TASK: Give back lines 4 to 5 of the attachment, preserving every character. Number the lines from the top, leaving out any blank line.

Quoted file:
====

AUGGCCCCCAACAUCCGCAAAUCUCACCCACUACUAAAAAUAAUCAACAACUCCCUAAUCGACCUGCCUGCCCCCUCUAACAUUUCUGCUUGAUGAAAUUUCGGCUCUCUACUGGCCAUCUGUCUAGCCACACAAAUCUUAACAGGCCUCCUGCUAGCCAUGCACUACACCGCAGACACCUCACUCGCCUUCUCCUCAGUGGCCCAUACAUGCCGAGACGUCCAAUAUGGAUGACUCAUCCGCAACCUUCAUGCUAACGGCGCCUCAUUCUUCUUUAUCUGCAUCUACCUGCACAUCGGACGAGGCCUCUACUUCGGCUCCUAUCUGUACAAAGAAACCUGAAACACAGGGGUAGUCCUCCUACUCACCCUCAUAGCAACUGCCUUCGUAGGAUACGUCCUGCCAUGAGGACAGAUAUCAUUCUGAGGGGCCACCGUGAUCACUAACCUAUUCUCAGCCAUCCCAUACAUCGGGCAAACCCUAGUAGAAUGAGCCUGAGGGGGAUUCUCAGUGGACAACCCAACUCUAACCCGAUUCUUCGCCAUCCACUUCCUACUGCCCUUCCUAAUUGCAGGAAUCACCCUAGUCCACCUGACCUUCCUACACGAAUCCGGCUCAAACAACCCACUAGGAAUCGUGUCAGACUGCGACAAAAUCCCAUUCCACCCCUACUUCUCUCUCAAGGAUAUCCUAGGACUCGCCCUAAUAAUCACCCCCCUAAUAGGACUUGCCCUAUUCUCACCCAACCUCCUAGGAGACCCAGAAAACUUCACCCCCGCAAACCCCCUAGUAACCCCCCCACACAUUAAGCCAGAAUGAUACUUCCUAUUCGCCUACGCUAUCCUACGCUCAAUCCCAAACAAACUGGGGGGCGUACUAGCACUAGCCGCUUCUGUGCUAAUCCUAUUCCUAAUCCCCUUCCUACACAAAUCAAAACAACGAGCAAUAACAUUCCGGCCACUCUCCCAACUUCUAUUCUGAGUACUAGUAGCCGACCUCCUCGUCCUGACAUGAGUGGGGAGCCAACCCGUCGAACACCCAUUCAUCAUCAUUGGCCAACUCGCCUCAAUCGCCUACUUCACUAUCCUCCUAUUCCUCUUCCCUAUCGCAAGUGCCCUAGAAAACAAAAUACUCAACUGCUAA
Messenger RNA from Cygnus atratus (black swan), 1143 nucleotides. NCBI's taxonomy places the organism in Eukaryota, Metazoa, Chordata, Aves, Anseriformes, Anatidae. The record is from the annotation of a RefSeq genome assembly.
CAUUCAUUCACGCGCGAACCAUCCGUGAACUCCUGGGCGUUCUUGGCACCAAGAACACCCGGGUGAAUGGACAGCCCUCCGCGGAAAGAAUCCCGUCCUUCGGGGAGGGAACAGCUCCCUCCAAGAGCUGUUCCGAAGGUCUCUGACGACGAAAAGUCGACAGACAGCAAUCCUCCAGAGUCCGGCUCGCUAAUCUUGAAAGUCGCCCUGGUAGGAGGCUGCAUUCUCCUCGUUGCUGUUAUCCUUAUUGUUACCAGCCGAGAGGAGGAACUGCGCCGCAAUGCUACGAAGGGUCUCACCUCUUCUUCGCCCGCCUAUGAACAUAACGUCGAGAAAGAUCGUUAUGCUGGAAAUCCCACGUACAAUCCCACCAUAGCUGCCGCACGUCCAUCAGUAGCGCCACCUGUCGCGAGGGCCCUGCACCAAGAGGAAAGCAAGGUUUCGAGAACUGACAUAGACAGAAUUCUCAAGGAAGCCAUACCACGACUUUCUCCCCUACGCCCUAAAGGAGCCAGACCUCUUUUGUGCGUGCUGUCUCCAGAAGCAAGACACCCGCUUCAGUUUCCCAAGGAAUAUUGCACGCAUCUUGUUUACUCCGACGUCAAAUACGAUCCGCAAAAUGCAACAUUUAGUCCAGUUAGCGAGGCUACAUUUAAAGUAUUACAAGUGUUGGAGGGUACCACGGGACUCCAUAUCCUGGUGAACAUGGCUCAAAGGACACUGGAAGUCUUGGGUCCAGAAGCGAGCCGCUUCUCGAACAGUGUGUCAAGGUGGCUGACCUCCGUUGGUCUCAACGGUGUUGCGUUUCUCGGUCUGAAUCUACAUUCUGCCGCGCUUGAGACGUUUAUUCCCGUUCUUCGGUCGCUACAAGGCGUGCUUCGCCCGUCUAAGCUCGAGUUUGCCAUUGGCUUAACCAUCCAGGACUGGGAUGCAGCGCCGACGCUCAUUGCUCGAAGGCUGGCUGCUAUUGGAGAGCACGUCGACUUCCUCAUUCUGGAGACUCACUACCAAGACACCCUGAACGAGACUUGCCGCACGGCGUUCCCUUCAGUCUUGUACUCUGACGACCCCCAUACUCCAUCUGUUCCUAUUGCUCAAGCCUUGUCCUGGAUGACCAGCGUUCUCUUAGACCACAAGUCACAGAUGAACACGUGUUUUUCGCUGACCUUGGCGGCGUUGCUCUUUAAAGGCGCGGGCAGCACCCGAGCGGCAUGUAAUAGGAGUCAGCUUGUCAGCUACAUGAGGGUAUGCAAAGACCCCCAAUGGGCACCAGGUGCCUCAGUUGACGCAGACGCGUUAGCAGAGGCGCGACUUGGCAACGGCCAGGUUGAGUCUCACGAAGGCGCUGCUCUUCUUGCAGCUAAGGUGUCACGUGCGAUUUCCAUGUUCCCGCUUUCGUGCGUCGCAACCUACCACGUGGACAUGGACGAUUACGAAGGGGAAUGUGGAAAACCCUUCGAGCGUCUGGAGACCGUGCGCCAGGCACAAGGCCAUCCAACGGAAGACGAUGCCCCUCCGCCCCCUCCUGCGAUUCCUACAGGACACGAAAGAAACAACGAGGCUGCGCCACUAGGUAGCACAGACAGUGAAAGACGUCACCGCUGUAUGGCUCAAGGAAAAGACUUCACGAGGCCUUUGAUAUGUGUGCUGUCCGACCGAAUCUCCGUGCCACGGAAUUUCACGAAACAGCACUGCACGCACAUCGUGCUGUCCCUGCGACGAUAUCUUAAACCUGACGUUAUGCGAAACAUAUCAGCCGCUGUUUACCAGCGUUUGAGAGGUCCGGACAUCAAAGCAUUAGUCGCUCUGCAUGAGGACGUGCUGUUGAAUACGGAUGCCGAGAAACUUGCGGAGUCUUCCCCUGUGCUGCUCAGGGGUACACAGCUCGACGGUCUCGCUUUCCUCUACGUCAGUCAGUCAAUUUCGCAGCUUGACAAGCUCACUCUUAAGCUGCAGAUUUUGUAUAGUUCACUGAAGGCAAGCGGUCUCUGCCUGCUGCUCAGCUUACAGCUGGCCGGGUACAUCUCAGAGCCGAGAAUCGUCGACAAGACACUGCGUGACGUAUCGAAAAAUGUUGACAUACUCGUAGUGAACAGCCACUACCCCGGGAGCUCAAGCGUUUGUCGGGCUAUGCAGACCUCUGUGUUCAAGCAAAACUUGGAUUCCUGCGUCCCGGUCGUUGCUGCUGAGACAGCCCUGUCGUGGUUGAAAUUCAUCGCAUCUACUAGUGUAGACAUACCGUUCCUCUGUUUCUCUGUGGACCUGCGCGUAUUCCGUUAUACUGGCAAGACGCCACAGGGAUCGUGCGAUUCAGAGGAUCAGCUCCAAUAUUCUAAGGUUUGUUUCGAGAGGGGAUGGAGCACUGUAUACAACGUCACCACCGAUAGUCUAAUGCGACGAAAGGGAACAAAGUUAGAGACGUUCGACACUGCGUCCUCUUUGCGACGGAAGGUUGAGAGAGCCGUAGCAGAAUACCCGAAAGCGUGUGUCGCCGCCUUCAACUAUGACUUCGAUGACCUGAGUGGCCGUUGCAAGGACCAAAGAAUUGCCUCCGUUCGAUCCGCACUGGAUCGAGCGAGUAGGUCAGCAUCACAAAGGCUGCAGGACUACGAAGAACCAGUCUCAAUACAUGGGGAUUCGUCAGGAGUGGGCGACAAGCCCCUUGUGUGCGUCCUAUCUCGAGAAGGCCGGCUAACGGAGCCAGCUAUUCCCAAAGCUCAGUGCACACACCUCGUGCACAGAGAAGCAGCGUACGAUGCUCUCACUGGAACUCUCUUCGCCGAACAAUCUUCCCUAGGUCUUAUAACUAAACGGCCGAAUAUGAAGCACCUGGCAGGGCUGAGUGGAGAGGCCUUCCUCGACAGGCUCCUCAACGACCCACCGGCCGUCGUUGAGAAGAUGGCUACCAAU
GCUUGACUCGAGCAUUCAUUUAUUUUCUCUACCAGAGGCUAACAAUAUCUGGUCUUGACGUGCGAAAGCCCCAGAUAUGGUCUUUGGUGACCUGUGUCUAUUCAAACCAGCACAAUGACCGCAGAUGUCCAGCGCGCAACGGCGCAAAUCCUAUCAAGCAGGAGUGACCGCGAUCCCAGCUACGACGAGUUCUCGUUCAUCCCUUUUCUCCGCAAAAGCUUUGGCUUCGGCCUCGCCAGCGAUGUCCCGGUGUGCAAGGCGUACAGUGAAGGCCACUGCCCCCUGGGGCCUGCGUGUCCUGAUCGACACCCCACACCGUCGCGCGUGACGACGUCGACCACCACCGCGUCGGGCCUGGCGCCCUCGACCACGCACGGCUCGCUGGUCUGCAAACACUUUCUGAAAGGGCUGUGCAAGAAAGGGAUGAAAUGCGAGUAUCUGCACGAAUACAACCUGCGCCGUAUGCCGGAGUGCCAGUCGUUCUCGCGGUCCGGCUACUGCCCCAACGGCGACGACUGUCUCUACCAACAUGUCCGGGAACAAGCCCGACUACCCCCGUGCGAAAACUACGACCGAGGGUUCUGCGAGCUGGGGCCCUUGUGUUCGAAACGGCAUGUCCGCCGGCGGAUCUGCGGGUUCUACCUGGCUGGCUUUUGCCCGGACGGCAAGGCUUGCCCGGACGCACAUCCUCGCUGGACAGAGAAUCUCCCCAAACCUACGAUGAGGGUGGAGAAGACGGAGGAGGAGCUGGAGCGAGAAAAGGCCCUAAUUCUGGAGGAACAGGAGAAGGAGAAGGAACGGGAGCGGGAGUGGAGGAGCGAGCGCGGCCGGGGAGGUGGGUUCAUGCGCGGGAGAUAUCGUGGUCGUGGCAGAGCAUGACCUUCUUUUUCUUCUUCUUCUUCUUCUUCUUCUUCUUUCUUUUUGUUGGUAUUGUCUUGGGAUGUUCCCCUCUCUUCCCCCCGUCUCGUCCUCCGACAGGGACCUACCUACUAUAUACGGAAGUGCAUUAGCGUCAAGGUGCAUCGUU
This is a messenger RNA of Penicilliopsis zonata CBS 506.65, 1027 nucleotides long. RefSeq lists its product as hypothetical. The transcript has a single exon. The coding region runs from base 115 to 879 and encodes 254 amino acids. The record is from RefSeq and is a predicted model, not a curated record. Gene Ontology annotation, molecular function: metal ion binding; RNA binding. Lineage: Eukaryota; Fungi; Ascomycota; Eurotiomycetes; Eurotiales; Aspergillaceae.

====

GCUUGACUCGAGCAUUCAUUUAUUUUCUCUACCAGAGGCUAACAAUAUCUGGUCUUGACGUGCGAAAGCCCCAGAUAUGGUCUUUGGUGACCUGUGUCUAUUCAAACCAGCACAAUGACCGCAGAUGUCCAGCGCGCAACGGCGCAAAUCCUAUCAAGCAGGAGUGACCGCGAUCCCAGCUACGACGAGUUCUCGUUCAUCCCUUUUCUCCGCAAAAGCUUUGGCUUCGGCCUCGCCAGCGAUGUCCCGGUGUGCAAGGCGUACAGUGAAGGCCACUGCCCCCUGGGGCCUGCGUGUCCUGAUCGACACCCCACACCGUCGCGCGUGACGACGUCGACCACCACCGCGUCGGGCCUGGCGCCCUCGACCACGCACGGCUCGCUGGUCUGCAAACACUUUCUGAAAGGGCUGUGCAAGAAAGGGAUGAAAUGCGAGUAUCUGCACGAAUACAACCUGCGCCGUAUGCCGGAGUGCCAGUCGUUCUCGCGGUCCGGCUACUGCCCCAACGGCGACGACUGUCUCUACCAACAUGUCCGGGAACAAGCCCGACUACCCCCGUGCGAAAACUACGACCGAGGGUUCUGCGAGCUGGGGCCCUUGUGUUCGAAACGGCAUGUCCGCCGGCGGAUCUGCGGGUUCUACCUGGCUGGCUUUUGCCCGGACGGCAAGGCUUGCCCGGACGCACAUCCUCGCUGGACAGAGAAUCUCCCCAAACCUACGAUGAGGGUGGAGAAGACGGAGGAGGAGCUGGAGCGAGAAAAGGCCCUAAUUCUGGAGGAACAGGAGAAGGAGAAGGAACGGGAGCGGGAGUGGAGGAGCGAGCGCGGCCGGGGAGGUGGGUUCAUGCGCGGGAGAUAUCGUGGUCGUGGCAGAGCAUGACCUUCUUUUUCUUCUUCUUCUUCUUCUUCUUCUUCUUUCUUUUUGUUGGUAUUGUCUUGGGAUGUUCCCCUCUCUUCCCCCCGUCUCGUCCUCCGACAGGGACCUACCUACUAUAUACGGAAGUGCAUUAGCGUCAAGGUGCAUCGUU
This is a messenger RNA of Penicilliopsis zonata CBS 506.65, 1027 nucleotides long. RefSeq lists its product as hypothetical. The transcript has a single exon. The coding region runs from base 115 to 879 and encodes 254 amino acids. The record is from RefSeq and is a predicted model, not a curated record. Gene Ontology annotation, molecular function: metal ion binding; RNA binding. Lineage: Eukaryota; Fungi; Ascomycota; Eurotiomycetes; Eurotiales; Aspergillaceae.